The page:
Orders, Decorations, Medals and Militaria, to include the Brian Ritchie Collection (Part I) (17 September 2004)

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Date of Auction: 17th September 2004

Sold for £110

Estimate: £70 - £90

21st Anniversary of the Volunteer Movement 1881, by N. Macphail after N. Patton, obverse: crowned, veiled and draped bust of Queen Victoria almost facing, the letters ‘V’ and ‘R’ to ether side, with inscription, ‘XXI Anniversary of the Volunteer Movement MDCCCLXXXI’; reverse: St. Michael with sword and shield, with three armed knights representing England, Scotland and Ireland, protecting a woman with children, above, ‘Pro aris et focis’ (For faith and home) (Captain Samuel Camblen, 1st Vol. Bde. S.D.R.A. enrolled 24-2-68), 63.5mm., silver, ref: B.H.M. 3104; Eimer 1682, slight edge bruising, good very fine £70-90

Footnote

Volunteers for home defence had been enrolled in great numbers throughout the British Isles during the time of the Revolutionary and Napoleonic Wars (1793-1815) when the threat of invasion was very real. It was during the reign of another Napoleon (III) that relations with France again deteriorated to such an extent that invasion again was a distinct possibility. As a consequence of this, numerous Volunteer Corps were formed around the country under the jurisdiction of the Lords-Lieutenant of the Counties. Official sanction for the formations came on 12 May 1859, in the War Office Circular, which authorised the raising of Volunteer Corps as governed by the Act of 1804. The Volunteer Movement was immensely popular and in 1860, its first full year of existence, it had an enrolled strength of 119,146. At its height, in 1900, it numbered over 277,000 enrolled men. It was replaced by the Territorial Force in 1908. During it’s existence, the movement maintained its readiness and smartness by numerous reviews, manoeuvres and shooting and sporting events; these often commemorated by medals.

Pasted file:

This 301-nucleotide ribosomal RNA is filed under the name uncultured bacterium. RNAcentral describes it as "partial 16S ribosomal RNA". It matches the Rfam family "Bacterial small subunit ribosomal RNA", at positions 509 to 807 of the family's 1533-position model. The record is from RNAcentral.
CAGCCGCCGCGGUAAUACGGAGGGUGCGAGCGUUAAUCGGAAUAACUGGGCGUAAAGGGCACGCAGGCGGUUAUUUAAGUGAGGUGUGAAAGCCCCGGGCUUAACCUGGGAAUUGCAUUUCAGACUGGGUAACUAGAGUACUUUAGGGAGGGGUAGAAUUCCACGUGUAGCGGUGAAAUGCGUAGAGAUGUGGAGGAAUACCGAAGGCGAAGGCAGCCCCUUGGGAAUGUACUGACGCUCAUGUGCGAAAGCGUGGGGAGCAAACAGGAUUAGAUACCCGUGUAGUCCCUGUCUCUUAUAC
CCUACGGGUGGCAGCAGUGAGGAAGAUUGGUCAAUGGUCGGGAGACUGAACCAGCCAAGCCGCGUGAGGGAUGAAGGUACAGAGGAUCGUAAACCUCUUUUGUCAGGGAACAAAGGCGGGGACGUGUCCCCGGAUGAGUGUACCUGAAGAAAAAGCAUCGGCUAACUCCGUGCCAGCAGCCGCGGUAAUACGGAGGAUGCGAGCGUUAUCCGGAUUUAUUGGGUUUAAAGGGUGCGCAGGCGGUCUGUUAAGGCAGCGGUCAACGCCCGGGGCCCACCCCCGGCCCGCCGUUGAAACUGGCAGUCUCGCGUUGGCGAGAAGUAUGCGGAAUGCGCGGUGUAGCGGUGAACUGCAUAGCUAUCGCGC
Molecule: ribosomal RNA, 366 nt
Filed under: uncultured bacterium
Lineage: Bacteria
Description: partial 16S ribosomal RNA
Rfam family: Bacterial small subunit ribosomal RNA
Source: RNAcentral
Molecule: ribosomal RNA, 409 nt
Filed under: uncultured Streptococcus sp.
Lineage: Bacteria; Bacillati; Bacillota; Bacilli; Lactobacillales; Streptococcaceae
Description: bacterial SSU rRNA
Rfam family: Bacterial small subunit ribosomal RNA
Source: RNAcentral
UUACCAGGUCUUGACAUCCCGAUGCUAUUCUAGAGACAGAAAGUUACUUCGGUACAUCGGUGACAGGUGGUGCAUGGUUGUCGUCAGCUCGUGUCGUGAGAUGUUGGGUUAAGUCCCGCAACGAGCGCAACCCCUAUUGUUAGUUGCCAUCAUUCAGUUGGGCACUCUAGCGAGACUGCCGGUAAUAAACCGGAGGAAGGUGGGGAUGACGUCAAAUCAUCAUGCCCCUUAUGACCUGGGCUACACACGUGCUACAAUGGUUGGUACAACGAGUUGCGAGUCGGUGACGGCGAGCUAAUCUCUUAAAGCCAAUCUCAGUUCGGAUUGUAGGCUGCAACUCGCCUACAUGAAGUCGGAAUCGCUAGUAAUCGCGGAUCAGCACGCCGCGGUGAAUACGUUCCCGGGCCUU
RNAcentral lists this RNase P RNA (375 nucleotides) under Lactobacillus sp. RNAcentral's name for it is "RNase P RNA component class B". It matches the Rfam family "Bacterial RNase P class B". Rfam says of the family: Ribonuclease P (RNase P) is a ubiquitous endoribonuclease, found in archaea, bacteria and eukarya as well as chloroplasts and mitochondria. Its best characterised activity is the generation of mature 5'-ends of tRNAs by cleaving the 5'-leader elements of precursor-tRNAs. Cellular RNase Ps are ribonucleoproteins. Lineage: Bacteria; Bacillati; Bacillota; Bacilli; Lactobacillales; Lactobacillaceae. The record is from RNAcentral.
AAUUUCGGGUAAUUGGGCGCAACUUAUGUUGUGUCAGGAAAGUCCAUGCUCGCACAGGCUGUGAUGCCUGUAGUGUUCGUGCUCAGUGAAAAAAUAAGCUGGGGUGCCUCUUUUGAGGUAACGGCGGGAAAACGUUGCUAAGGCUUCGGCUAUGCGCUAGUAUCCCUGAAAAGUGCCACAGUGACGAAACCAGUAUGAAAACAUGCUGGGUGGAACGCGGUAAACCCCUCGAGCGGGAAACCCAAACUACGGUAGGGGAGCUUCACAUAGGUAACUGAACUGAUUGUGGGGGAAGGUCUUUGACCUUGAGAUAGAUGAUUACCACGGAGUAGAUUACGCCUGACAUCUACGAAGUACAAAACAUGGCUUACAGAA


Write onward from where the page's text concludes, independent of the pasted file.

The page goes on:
On the occasion of the Movement’s 21st Anniversary in 1881, over 52,000 volunteers were reviewed by Queen Victoria at Windsor on 9 July, and on 25 August, a further 40,000 Scottish volunteers were reviewed in Queen’s Park, Edinburgh. The Times said of the former, ‘A magnificent success; the crowning achievement of the volunteer movement.’